Consecrated women and men

Feb 2 2021

To all consecrated persons,

We draw close to you on the eve of a day dear to us, and to all consecrated men arid women, a day dedicated to our wonderful vocation that makes God’s love for men, women and the entire universe shine forth in various ways. On February 2 in St Peter’s Basilica, at 5.30pm, we will celebrate the XXV World Day of Consecrated Life. Pope Francis will preside over the Eucharistic Celebration, void of the signs and joyful faces that illuminated it in previous years, yet nonetheless expressing the fruitful gratitude that characterises our lives.

With this letter, we wish to lessen the physical distance imposed on us for so many months by the pandemic and express to each of you, and to every community, our closeness as well as that of those working in this Dicastery. For months we have been following the news coming from the communities in various nations: they speak of bewilderment, the spread of infection, deaths, of human and economic difficulties, institutes that are decreasing in number, fears … but they also speak of a fidelity tested through suffering, courage, a serene witness even in the midst of pain or uncertainty, sharing every affliction and every wound, caring for and being close to the most needy, charity and service at the cost of one’s life (cf. Frufelli Tutti, ch. II).

We cannot mention all your names, but we ask the Lord’s blessing on each and every one of you, so that you may be able to move from “I” to “we”, realising that “we are all in the same boat, all of us fragile and disoriented, but at the same time important and needed, all of us called to row together” (Pope Francis, Extraordinary moment of prayer, Friday, March 27, 2020). Be the Samaritans of these days, overcoming the temptation to turn inward and weep for yourselves, or to close your eyes to the pain, suffering, and poverty of so many men and women throughout the world.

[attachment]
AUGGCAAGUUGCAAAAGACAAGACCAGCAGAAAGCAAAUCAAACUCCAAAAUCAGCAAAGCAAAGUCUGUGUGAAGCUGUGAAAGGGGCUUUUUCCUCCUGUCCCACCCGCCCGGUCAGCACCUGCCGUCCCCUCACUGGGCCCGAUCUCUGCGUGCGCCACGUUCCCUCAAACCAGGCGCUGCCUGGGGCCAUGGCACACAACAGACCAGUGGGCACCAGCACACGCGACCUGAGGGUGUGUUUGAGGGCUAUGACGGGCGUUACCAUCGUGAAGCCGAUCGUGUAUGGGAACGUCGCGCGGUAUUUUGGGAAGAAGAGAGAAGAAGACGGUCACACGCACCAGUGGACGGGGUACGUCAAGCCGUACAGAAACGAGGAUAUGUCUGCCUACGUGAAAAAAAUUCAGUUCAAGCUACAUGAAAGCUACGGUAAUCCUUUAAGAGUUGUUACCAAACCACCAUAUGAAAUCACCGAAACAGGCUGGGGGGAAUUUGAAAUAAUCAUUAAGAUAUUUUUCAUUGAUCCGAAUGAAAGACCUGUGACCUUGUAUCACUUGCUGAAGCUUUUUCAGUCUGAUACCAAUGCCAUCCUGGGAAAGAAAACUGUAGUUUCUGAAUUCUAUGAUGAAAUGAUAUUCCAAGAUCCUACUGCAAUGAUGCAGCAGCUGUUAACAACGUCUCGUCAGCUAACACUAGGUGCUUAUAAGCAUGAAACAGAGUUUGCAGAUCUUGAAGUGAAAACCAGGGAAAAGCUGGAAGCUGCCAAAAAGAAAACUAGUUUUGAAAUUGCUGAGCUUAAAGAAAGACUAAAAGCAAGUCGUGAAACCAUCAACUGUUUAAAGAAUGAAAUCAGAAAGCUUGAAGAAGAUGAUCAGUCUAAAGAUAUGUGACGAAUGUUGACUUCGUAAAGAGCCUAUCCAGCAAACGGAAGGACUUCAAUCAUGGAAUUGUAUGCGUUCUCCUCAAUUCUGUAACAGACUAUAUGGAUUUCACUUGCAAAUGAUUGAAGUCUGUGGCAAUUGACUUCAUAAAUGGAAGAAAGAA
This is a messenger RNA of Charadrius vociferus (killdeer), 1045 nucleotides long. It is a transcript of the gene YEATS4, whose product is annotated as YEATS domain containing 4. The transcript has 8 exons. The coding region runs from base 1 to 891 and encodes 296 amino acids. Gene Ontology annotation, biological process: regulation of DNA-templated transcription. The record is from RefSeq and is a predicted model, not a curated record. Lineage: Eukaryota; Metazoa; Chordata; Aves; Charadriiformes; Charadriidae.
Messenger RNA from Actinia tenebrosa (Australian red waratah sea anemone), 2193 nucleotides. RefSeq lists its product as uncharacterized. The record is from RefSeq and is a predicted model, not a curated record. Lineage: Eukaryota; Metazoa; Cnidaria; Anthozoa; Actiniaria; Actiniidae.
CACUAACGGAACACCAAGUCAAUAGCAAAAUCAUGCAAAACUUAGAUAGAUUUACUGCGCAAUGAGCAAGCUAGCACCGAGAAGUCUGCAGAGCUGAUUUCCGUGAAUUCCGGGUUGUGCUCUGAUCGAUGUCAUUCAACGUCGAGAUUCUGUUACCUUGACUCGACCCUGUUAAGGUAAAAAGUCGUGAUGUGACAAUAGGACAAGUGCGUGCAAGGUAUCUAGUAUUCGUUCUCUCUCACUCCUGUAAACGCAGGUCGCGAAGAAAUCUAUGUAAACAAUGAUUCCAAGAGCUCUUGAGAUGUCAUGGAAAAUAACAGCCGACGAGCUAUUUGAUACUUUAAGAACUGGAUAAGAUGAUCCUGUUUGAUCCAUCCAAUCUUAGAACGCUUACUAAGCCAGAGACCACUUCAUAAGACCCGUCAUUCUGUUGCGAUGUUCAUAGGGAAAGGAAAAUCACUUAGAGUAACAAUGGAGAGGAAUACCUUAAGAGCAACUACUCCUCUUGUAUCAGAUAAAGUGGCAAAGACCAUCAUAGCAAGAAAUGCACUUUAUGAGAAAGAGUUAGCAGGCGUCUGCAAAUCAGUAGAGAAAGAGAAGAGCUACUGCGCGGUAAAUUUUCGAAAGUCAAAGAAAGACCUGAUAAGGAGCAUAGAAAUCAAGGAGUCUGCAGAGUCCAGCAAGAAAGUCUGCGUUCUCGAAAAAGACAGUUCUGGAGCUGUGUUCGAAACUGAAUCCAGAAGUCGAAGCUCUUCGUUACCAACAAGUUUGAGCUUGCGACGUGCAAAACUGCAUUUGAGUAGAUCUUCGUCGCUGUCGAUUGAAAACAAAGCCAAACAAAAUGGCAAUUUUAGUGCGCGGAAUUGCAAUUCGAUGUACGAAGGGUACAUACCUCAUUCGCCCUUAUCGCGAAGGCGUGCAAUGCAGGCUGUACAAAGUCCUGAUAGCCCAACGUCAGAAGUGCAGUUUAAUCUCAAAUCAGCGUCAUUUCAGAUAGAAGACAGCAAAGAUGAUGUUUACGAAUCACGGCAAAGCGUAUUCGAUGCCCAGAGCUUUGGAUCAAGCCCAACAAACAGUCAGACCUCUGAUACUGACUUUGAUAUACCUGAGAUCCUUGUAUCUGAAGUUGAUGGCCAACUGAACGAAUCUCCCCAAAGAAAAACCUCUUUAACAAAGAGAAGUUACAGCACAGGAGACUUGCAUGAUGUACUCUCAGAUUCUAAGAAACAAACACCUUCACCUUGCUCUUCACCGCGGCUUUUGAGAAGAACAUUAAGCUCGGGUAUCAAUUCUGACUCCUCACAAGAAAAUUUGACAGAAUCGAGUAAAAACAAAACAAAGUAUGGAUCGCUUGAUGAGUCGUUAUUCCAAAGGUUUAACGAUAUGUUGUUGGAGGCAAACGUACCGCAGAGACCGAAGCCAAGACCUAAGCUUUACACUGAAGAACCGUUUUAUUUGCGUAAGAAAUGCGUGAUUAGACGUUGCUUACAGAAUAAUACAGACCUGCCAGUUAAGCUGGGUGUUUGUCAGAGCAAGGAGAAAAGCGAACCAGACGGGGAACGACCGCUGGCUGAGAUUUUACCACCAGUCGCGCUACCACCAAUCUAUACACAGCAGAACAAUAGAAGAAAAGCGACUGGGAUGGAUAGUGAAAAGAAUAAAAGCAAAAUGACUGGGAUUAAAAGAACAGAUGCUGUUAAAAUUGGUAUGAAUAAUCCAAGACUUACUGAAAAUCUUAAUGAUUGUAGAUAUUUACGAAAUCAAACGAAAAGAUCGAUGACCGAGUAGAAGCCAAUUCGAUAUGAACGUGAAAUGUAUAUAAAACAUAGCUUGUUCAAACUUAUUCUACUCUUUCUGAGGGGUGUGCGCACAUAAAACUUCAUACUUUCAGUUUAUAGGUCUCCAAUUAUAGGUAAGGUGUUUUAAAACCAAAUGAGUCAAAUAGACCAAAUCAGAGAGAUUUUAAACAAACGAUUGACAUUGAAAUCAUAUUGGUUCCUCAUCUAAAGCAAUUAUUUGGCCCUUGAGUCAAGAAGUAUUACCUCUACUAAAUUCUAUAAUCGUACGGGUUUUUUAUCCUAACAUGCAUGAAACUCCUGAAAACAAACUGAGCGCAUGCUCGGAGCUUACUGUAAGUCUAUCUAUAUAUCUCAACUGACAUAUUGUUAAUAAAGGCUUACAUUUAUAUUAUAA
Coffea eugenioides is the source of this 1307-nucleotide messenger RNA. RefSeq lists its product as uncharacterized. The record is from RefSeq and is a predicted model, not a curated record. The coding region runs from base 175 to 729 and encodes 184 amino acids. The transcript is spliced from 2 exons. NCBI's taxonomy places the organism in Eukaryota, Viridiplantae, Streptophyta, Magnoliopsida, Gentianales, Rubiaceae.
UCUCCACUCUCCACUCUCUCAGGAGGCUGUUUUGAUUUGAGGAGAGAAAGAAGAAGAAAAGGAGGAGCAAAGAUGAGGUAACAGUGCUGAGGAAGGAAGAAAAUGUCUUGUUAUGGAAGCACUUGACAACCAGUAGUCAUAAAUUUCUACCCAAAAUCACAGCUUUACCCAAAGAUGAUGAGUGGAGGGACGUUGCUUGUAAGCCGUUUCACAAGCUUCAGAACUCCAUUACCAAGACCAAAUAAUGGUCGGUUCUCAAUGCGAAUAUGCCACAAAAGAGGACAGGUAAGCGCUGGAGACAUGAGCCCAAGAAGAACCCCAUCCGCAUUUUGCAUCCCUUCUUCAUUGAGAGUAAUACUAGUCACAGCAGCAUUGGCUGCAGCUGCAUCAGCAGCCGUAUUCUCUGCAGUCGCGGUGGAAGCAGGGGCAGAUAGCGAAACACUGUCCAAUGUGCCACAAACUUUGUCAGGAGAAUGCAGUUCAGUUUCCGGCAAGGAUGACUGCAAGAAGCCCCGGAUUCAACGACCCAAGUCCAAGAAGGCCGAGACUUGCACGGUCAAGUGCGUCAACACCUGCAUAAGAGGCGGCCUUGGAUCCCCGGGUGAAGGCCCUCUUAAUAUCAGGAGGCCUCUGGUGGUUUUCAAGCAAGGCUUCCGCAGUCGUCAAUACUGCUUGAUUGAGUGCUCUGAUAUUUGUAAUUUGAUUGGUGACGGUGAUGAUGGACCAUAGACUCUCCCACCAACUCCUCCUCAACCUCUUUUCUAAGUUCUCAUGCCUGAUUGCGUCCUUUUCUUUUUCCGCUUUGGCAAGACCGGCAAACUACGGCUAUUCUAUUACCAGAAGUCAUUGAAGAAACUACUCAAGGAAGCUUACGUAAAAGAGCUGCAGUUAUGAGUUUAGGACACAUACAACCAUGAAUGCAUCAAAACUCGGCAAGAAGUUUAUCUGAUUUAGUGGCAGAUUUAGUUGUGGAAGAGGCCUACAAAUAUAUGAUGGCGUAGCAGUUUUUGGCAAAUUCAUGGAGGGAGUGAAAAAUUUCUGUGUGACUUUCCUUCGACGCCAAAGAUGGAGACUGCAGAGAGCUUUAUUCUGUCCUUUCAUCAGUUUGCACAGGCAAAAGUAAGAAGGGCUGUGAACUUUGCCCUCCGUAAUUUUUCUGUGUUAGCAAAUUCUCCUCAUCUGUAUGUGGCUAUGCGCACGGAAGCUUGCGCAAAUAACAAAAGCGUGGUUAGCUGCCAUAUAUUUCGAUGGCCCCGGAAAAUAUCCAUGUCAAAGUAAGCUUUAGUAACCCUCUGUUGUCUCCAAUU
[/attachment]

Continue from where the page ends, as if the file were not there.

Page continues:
In the Encyclical Fratelli Tutti, Pope Francis invites us to act together, to bring about a rebirth in everyone “a universal aspiration to fraternity” (n. 8), to dream together (n. 9) so that “in the face of presentday attempts to eliminate or ignore others, we may prove capable of responding with a new vision of fraternity and social friendship.. ,” (n. 6).

Consecrated men and women in religious, monastic and contemplative institutes, in secular institutes and new institutes, members of the ordo virginum, hermits, members of societies of apostolic life, we ask all of you to place this Encyclical at the centre of your life, formation and mission. We cannot disregard this truth any more: we are all brothers and sisters, as, in fact, we pray, not necessarily consciously of it, in the Our Father. “Without an openness to the Father of all, there will be no solid and stable reasons for an appeal to fraternity” (n. 272).

This Encyclical, written in a historical moment that Pope Francis himself has called ”the hour of truth,” is a precious gift for every form of consecrated life which, without denying the many wounds to fraternity, can find in it the roots of prophecy.

We are faced with a new call from the Holy Spirit. In light of the doctrine on the Church-communion, just as St John Paul II urged consecrated persons to “be true experts of communion and to practice the spirituality of communion” (Vita consecrata, n. 46), Pope Francis, drawing inspiration from St Francis, founder and inspirer of so many institutes of consecrated life, broadens the perspective and invites us to be architects of universal brotherhood, custodians of the common home, of the earth and of every creature (ct. Encyclical Laudato Si’). Brothers and sisters towards all, regardless of faith, culture and traditions, because the future is not “monochrome” (rd n. 100) and the world is like a polyhedron that lets its beauty shine through its different facets.